Inflammatory Side Effects
The most common side effects of immunotherapy are inflammatory disorders that can affect different body systems or organs, including the skin. Skin conditions can occur early in the treatment course.
Other body systems include the digestive system, the liver, the endocrine glands, the kidneys, and the lungs.
The most common adverse reactions include dermatitis (skin rash), enterocolitis (affecting the digestive system), hepatitis (liver infection), endocrinopathies (disorders of the endocrine glands), nephritis (inflammation of the kidneys), and pneumonitis (inflammation of the lungs).
With the exception of skin effects, the other side effects can occur later in the treatment.
Endocrine Disorders & Immunotherapy
Most of the side effects can be easily treated and resolved, according to Ms. Andrews, but some of these effects may remain for a long time. “Endocrinopathies may or may not be permanent,” she says, noting that this can be particularly difficult to treat. The symptoms of immunotherapy-related endocrine disorders are vague and difficult to diagnose, because they can occur with many other conditions. These symptoms include:
- Deeper voice
- Feeling warmer or colder than usual
- Hair loss
- Increased hunger or thirst
- Mood or behavior changes
- Persistent or unusual headache
- Weight changes
Dr. Patel agrees that endocrine toxicities are notoriously difficult to confirm in patients receiving immunotherapy.
“Many patients come into the clinic with generalized fatigue and other symptoms that are hard to discern from endocrine cause versus their cancer,” Dr. Patel says, noting that thyroid dysfunction is the most common endocrine toxicity associated with immunotherapy.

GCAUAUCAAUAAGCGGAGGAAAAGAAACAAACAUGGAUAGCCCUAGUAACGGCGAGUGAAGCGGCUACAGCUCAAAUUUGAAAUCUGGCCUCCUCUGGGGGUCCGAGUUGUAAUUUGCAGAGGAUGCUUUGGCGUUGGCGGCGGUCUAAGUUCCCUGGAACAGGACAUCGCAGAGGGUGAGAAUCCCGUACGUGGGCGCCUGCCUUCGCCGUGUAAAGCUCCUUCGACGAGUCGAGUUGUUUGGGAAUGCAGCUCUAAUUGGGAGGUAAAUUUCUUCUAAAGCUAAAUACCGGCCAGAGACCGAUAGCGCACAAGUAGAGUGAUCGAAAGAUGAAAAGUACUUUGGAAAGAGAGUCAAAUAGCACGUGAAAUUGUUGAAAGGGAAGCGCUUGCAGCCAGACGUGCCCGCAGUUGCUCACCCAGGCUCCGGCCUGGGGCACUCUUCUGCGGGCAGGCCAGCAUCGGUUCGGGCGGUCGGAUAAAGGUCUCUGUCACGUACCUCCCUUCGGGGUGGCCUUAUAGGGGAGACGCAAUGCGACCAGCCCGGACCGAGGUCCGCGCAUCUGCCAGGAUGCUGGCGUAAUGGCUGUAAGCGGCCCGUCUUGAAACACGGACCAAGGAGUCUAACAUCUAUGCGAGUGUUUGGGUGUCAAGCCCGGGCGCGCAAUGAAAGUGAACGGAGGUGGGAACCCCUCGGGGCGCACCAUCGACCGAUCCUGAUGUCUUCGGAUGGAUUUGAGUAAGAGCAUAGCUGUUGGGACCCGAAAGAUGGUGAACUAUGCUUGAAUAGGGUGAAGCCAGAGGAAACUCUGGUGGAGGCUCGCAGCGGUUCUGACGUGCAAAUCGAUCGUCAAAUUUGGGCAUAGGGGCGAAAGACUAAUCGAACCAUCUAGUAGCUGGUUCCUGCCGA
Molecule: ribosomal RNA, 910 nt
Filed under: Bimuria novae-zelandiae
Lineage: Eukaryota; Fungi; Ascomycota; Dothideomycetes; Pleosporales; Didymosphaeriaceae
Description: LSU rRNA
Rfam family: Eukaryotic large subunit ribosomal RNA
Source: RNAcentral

Fatigue is the most common symptom of thyroid dysfunction, which occurs in approximately 2% of patients who receive treatment with Yervoy, according to Dr. Patel.
For patients receiving immunotherapy, a cough with fever may be a sign of pneumonia, or it may be autoimmune pneumonitis, a rare but potentially fatal side effect. Recognizing pneumonitis can be challenging, according to Dr. Patel. “The symptoms are hard to distinguish from upper respiratory infection, pneumonia, or chronic obstructive pulmonary disease,” he says.
Pneumonitis can begin any time between 6 weeks and 24 weeks after the start of treatment with an immune checkpoint inhibitor.
Treatment of pneumonitis requires admission to the intensive care unit, use of intravenous steroids and/or antibiotics, and other treatments.
Steroids Used for Immunotherapy Side Effects
The National Comprehensive Cancer Network (NCCN), a major organization that develops many guidelines for cancer treatment that are used by cancer doctors in the United States, has recently developed the first guidelines for the management of side effects related to immunotherapy.
The management of adverse reactions depends on the severity (or grade) of the symptoms. In most cases, steroids are used to treat these side effects.
“We need to remember that steroids are not without side effects of their own,” Ms. Andrews says. However, according to Dr. Patel, the use of steroids for treating immunotherapy side ffects does not affect survival in the United States.
Helpful Tool for Patients
The NCCN has developed a tool for patients and for doctors and other providers that can help to educate people and those who treat or monitor patients who are receiving immunotherapy. The tool is available at www.NCCN.org. Separate sections of the tool have been developed for patients and for healthcare professionals, listing specific side effects and their symptoms.
- Although many side effects of immunotherapy may be well-managed, occasionally they can be fatal
- Patients should contact their doctor immediately if side effects occur
- Side effects from immunotherapy can occur weeks or months after starting treatment, or even after treatment if over
- Several immune checkpoint inhibitors were recently approved by the FDA for different cancers
- Steroids are often used for the treatment of side effects associated with immunotherapy